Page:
If you’ve ever served on a nonprofit board there is a good chance you’ve had one of these experiences:
- You arrive at a board meeting and are given 40 pages of documents that you will never read.
- You’ve chaired a committee for three years but never actually held a meeting.
- You were enthusiastically recruited to join, but were never told what to do once you did.
An active and engaged governing board is essential to a nonprofit’s success. However, they can be a rather difficult entity to manage. They are volunteers with numerous competing commitments. And the nonprofit staff members responsible for interfacing with the board are often stretched thin as well. This can lead to poorly planned meetings, data dumps, and unrealized good intentions. Furthermore, this dysfunction greatly inhibits the board’s ability to offer strategic oversight to the nonprofits they serve. Board members need knowledge of the organization’s mission, its operating model, and the context in which it serves. Board members also need to be personally invested in the organization. Knowledge and commitment are key characteristics of an engaged board member.
Over the next several weeks I will explore the role that an enterprise social network (ESN) can play in helping a nonprofit board create and share knowledge while also deepening the commitment level of boards. I’ll identify common challenges that nonprofit boards face and consider ways in which a board could utilize a ESN to overcome that challenge. I will also explore different board management technologies that are currently on the market.
Today’s challenge: The Board Meeting Data Dump.
The infamous board report: the stack of spreadsheets, program updates, and committee reports that board members receive when they arrive at a board meeting. How often has an executive director spent two weeks stressing over a board report, only to have board members spend all of three minutes haphazardly flipping through it before the board meeting begins. Great effort goes into the production of the material, but very little thought goes into the dissemination of the material.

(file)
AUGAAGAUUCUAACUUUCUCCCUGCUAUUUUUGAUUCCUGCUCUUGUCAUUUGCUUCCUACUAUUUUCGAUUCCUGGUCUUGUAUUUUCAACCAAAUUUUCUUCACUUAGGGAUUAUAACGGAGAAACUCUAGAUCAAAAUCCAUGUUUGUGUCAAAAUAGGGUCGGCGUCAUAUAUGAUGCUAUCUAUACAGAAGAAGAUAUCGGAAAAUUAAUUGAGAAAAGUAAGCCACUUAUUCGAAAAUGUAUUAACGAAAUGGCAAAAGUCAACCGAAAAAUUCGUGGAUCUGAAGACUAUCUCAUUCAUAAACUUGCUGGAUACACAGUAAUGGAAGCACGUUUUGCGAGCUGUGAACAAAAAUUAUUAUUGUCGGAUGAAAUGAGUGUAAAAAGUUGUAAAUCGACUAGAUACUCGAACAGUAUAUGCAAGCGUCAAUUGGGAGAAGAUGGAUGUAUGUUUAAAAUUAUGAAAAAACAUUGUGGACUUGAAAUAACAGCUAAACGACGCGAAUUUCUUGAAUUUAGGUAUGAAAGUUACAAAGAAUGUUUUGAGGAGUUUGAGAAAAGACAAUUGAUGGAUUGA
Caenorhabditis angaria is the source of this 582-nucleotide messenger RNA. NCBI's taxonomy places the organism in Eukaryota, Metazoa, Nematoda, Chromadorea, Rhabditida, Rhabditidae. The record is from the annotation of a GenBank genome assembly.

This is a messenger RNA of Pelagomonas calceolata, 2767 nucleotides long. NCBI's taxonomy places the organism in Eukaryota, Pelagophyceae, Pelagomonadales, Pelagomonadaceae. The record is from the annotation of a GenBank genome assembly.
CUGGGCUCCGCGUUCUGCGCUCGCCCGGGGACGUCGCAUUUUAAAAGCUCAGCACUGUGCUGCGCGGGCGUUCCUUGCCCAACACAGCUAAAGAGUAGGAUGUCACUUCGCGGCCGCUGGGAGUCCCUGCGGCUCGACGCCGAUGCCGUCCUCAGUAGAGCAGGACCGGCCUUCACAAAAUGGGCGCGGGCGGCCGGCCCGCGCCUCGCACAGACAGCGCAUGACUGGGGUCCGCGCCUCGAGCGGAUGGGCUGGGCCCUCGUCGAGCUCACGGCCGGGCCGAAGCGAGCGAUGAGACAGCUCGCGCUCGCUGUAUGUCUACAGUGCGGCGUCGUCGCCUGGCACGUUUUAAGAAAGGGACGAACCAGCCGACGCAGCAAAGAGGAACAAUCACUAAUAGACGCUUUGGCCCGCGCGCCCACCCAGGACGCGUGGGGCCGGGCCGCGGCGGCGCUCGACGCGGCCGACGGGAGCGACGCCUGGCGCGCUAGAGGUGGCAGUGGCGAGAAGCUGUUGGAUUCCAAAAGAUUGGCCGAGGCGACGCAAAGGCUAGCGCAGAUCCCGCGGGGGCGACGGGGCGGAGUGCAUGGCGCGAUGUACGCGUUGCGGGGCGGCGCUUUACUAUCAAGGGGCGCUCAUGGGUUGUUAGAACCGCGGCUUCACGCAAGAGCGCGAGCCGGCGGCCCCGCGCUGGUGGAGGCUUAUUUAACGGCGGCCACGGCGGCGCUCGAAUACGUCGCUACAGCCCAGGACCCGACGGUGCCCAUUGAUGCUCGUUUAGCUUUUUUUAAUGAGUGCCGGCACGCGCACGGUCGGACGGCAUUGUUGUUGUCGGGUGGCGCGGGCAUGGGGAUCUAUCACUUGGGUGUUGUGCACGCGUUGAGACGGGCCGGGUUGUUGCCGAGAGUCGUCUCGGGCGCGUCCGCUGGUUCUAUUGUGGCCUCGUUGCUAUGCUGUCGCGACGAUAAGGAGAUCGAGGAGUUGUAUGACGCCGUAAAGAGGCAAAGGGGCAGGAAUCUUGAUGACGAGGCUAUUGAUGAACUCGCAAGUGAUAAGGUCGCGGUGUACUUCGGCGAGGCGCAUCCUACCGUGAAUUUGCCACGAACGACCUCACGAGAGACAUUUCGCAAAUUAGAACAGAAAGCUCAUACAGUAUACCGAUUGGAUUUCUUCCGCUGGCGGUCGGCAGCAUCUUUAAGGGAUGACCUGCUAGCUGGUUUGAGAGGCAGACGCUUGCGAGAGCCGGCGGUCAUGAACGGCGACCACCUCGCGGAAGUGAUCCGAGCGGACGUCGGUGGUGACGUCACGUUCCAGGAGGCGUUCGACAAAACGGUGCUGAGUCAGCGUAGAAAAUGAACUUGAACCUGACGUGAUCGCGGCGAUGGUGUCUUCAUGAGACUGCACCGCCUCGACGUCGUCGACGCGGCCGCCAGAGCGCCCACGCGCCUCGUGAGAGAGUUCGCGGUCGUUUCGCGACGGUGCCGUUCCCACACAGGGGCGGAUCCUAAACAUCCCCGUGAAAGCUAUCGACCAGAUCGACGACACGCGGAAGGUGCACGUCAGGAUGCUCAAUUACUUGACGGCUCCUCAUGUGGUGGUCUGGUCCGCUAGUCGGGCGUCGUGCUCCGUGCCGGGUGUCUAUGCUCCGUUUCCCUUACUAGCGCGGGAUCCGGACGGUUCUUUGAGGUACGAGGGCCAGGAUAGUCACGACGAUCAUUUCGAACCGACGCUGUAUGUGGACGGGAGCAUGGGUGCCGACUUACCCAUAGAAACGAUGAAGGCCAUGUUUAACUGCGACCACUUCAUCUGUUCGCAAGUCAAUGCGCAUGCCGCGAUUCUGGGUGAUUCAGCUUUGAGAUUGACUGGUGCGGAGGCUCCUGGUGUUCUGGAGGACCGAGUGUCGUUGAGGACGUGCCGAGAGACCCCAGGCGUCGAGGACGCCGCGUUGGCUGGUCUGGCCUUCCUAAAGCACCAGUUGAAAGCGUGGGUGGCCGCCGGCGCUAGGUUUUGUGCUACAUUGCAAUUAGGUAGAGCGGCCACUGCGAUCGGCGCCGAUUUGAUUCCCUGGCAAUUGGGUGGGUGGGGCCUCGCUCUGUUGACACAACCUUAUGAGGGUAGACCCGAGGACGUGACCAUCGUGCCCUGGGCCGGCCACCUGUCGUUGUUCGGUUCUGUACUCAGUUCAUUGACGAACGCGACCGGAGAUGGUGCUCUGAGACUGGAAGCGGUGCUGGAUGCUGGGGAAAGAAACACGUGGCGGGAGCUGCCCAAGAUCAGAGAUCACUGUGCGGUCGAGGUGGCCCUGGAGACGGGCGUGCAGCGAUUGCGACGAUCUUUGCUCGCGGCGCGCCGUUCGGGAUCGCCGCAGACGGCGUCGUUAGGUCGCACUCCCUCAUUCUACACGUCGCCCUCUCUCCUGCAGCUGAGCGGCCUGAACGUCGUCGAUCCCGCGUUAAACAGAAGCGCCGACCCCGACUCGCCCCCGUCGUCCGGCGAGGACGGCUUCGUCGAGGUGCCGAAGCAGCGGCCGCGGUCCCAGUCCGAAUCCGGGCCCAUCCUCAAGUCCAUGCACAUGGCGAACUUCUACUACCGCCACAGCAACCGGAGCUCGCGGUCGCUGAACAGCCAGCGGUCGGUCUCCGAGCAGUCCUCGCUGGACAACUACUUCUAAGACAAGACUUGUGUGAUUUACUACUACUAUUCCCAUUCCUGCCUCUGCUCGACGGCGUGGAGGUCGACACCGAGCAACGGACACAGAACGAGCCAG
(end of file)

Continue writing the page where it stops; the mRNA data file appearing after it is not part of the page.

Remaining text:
I am currently in the midst of facilitating a strategic planning process for the nonprofit organization that I work for. I have utilized Doodle and Google Forms to help us schedule and prepare for meetings. In case you’re not familiar, Doodle is an online poll that assists in scheduling meetings. Google Forms is a platform to create online surveys. Board members have quickly learned how to use these tools and have found them very helpful.
I use Google Forms as a way to prevent the data dump. Typically a week or two before each meeting I produce materials for board members to read through. In addition to the report, I create a survey with a few questions that each attendee must respond to before the meeting. Once a response is submitted it is available for the other responders to view. This method greatly increases the likelihood that participants will not only read the material, but will develop a response to it. It creates social pressure to respond to the survey because everyone can see who has and who hasn’t. This method also allows people to share their ideas on an equal platform which increases the likelihood of divergent thinking. Even the best facilitator will struggle to get everyone to share a unique idea at a face to face meeting.
This practice also enables our face to face meetings to be far more productive. Instead of going over the material in detail to make sure everyone understands it, we are able to spend our time analyzing it, and analyzing each other’s ideas and opinions. We are able to more quickly move into synthesis and application, because everyone showed up to the meeting with the material digested and with a sense of what other people were thinking about it. Over the course of only three meetings, this subcommittee was able to uncover and articulate the core issues that need to be worked on. Meetings have been vibrant and productive.
This expereince makes me believe that a nonprofit board could utilize a ESN. Imagine if board members arrived at meetings having already worked through the material, articulated an initial response and read the ideas of their fellow board members. Instead of dull meetings spent listening to committee chairs and program heads read their reports, board members could actually spend their time creating new strategies and working through big challenges.